The Lady Vanishes (2013) TV Movie Review
The more productions I watch set in the 1930 era, the more I love this era. Ironically, once upon a time, it came in last. I’m not sure if the change came about because “bonnet” costume drama was so dominant and this is a new world to discover or if I like the sass that seems to accompany this era, either way, fans of this age or classy mystery will want to see the latest BBC masterpiece, The Lady Vanishes, which is now finally on DVD in the states.
Along with her group of friends, wealthy socialite Iris Carr (Tuppence Middleton) is travels by train through foreign countries with scenic stops along the way and days of leisure. Their latest stop is a quint hotel where the group meets a host of fellow guests. This includes the quiet Reverend Barnes and his wife (Pip Torres, Sandy McDade); a mysterious couple (Julian Rhind-Tutt, Keeley Hawes) with secrets; and the prudish, gossip prone sisters Rose and Evelyn Floodporter (Gemma Jones, Stephanie Cole).
After an unpleasant confrontation, Iris decides it’s best to leave her ner-do-well friends. She elects to remain behind while her party travels ahead. On her day alone, she wanders the countryside and realizes how fragile her position is; despite the money, she’s alone with no family. This inspires her to re-join her party a day prior to departure.
Iris barely manages to make the train in time, which also transports many hotel guests. Frustrated by language barriers, Iris befriends a kindly Englishwoman woman named Miss Froy (Selina Cadell). But after a deep slumber, Iris wakes to find her companion missing. Confused over fellow passengers claim there is no such person, Iris catches the attention of a young university student, Max (Tom Hughes) and his professor (Alex Jennings) who try to help sort out Iris’ hysterical claims. The more she searches to discover the fate of her friend, the more her existence is erases. Is Iris mistaken or is a mysterious game afoot?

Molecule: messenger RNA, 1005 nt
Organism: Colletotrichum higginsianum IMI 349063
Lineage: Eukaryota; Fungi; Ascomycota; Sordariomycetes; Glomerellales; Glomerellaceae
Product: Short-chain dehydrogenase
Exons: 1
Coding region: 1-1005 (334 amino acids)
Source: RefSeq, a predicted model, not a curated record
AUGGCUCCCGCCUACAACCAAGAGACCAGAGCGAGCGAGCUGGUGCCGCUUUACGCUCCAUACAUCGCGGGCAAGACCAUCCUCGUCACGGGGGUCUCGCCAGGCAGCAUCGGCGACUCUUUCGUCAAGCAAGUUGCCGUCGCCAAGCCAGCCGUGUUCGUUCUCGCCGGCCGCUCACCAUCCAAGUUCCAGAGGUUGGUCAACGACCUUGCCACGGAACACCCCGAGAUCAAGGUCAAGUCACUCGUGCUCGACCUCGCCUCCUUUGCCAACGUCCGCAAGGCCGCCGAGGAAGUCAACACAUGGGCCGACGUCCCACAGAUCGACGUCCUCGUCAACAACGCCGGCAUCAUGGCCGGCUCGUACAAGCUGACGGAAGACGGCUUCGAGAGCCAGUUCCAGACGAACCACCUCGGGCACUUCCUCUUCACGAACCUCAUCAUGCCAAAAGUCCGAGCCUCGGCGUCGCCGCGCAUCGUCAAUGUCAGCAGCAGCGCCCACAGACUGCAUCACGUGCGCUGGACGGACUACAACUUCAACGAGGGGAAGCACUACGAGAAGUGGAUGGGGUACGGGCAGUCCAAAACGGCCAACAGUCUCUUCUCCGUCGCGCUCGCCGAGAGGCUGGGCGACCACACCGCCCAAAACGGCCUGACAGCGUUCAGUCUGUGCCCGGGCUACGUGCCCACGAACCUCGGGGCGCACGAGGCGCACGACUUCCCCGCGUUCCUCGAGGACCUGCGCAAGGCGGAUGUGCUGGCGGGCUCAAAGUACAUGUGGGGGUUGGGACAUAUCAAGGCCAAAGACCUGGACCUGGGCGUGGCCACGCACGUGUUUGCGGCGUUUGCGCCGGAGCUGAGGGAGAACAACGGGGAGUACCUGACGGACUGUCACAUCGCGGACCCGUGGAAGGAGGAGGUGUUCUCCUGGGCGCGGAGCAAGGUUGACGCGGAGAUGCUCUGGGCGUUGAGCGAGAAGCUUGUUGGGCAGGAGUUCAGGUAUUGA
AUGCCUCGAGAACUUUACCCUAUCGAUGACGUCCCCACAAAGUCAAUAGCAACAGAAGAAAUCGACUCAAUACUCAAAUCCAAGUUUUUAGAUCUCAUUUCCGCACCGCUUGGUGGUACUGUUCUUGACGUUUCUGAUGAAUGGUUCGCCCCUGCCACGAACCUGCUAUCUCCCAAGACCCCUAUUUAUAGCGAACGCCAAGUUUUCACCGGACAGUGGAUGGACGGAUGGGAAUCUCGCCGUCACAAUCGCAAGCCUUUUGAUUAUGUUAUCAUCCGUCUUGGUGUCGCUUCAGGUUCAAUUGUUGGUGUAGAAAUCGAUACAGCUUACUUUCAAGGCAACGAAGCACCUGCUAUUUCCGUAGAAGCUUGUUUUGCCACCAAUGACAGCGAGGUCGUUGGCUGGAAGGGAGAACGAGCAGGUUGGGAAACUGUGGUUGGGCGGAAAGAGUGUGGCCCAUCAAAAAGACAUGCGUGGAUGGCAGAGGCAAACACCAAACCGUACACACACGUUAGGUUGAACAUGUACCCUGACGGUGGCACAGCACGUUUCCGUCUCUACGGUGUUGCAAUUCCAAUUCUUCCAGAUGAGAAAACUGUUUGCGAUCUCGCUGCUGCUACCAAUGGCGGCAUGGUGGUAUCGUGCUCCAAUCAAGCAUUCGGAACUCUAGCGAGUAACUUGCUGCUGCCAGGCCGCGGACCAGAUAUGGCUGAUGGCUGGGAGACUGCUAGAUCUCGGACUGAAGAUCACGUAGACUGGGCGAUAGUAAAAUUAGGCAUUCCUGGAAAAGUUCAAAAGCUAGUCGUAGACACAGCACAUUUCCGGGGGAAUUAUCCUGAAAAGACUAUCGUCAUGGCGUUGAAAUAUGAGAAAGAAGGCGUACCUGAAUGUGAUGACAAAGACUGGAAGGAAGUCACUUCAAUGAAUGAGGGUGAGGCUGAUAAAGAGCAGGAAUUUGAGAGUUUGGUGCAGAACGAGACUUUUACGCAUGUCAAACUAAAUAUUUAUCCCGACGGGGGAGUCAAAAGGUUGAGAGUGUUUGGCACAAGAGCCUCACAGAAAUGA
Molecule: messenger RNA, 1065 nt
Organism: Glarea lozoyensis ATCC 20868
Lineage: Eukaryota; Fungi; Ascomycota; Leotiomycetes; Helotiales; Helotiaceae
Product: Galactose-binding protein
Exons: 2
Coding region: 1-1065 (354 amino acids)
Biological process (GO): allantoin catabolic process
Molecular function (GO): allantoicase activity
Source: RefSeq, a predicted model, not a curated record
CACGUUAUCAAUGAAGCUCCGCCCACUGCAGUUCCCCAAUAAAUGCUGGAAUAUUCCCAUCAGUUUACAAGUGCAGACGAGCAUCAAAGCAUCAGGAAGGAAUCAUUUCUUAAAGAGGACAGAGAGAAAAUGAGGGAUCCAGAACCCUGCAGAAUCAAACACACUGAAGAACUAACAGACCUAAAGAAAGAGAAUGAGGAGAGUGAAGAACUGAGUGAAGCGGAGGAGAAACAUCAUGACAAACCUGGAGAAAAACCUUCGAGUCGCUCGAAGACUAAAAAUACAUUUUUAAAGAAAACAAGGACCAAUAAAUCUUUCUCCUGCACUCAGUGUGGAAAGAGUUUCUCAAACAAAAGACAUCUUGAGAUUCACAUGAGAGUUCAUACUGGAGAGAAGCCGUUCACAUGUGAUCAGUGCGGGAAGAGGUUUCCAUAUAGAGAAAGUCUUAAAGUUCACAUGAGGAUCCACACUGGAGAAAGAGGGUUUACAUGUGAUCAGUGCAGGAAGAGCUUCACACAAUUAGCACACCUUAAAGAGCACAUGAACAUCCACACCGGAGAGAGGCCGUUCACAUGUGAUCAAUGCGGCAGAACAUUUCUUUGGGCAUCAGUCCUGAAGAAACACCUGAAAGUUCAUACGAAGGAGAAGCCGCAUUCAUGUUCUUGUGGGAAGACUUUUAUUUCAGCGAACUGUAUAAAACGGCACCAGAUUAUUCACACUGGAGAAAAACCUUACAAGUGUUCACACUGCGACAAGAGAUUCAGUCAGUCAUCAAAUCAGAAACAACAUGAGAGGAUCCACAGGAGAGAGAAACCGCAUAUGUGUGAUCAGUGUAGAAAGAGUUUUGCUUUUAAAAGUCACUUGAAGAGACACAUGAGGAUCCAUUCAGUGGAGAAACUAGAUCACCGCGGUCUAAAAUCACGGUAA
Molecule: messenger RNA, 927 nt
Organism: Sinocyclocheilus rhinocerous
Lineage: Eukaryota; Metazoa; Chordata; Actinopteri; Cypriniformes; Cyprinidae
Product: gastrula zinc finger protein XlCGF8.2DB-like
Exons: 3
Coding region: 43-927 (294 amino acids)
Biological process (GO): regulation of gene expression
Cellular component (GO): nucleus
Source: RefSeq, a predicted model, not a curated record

This is actually very good. In fact, it’s over too soon for my pleasure. Initially it introduces us to a heroine who is anything but likable. She’s a selfish, spoiled young woman who doesn’t care who she hurts so long her lifestyle remains intact. Iris takes some time to warm up to though her spunk is infectious, and of course, eventually when the mystery gets rolling, Hitchcock-esque style is fabulous.
To round out the good, the costumes are stylish and pretty as is the countryside scenes, which bookends the story considering the entire film is confined to a train. There is some odd moments and a question that wavers between sanity and insanity. This means this may not be a film for everyone, however if you like British mystery, you should enjoy this one. It’s gutsy in surprising ways, has a fabulous climax wind-up, and as previously gushed over, the cast is phenomenal. With so many pros to its name, there isn’t more to say about this. Except maybe, where’s the sequel?
(This post does contain affiliate links, which means – at no extra cost to you, I may receive a small commission if you make a purchase through a link. Read the disclosure page for details.) You can own The Lady Vanishes (2013) digitally on Amazon Video or purchase on DVD.
(CONTENT: the film rates a PG. there is an extra-marital affair rumor and perhaps a minor innuendo, a woman accuses a girl of flirting/sleeping with her husband. A woman is taken against her will, while drugged and another is hidden away, tied up.)